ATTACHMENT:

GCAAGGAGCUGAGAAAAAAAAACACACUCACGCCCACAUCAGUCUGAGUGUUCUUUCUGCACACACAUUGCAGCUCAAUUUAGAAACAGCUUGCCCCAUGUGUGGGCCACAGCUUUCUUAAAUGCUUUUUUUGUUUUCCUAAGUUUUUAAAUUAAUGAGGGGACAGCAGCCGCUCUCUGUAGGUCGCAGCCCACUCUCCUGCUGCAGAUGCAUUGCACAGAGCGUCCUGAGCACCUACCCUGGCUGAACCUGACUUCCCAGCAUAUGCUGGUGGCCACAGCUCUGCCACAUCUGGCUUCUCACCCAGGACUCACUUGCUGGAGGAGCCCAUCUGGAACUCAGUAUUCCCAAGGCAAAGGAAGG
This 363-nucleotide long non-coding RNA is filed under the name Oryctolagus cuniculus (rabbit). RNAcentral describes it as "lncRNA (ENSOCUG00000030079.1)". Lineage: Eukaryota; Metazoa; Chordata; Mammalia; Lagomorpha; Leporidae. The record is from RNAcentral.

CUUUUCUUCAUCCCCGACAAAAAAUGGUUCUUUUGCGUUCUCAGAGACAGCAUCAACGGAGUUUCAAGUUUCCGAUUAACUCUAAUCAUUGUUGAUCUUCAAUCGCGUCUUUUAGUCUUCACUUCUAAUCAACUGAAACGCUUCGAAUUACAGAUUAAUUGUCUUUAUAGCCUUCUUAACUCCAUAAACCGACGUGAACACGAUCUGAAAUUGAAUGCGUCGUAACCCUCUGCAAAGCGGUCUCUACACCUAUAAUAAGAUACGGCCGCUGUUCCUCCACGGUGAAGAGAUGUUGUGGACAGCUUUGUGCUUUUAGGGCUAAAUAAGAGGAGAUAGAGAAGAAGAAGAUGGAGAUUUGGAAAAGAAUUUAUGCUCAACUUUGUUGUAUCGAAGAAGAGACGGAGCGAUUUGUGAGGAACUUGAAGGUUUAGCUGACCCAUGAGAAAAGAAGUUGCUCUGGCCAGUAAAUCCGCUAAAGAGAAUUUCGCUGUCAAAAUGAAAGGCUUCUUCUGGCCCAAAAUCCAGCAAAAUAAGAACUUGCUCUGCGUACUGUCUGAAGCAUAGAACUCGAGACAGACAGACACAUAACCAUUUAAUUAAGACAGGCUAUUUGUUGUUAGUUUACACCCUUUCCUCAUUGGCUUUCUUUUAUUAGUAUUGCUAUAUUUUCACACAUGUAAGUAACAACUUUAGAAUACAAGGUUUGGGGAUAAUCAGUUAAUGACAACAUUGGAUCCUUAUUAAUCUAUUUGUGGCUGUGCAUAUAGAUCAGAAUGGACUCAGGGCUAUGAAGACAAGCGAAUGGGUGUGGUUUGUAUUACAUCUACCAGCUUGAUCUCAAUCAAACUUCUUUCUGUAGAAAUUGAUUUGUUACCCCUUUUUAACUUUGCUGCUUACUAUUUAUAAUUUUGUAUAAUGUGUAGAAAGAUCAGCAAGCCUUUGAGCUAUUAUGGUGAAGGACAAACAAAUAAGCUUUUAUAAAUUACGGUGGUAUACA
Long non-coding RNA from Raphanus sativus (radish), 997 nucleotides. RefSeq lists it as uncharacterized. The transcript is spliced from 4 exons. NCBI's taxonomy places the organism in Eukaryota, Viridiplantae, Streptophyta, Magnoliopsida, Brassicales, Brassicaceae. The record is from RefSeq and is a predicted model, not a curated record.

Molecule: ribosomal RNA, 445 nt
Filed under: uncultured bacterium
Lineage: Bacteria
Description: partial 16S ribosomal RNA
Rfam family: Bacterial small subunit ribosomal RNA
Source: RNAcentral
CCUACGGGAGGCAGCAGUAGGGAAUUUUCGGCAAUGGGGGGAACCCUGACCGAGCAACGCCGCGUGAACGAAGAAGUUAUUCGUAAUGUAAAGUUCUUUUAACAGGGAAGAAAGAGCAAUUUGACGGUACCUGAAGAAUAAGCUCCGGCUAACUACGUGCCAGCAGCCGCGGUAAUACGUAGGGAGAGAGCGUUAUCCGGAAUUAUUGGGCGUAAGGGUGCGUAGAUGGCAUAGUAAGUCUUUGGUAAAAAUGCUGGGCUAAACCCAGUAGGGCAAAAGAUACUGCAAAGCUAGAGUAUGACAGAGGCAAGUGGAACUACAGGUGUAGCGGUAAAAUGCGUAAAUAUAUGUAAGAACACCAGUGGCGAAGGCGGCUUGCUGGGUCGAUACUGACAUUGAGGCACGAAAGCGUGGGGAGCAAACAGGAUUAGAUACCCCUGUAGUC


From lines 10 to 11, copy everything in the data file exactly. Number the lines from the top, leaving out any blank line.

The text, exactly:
Source: RNAcentral
CCUACGGGAGGCAGCAGUAGGGAAUUUUCGGCAAUGGGGGGAACCCUGACCGAGCAACGCCGCGUGAACGAAGAAGUUAUUCGUAAUGUAAAGUUCUUUUAACAGGGAAGAAAGAGCAAUUUGACGGUACCUGAAGAAUAAGCUCCGGCUAACUACGUGCCAGCAGCCGCGGUAAUACGUAGGGAGAGAGCGUUAUCCGGAAUUAUUGGGCGUAAGGGUGCGUAGAUGGCAUAGUAAGUCUUUGGUAAAAAUGCUGGGCUAAACCCAGUAGGGCAAAAGAUACUGCAAAGCUAGAGUAUGACAGAGGCAAGUGGAACUACAGGUGUAGCGGUAAAAUGCGUAAAUAUAUGUAAGAACACCAGUGGCGAAGGCGGCUUGCUGGGUCGAUACUGACAUUGAGGCACGAAAGCGUGGGGAGCAAACAGGAUUAGAUACCCCUGUAGUC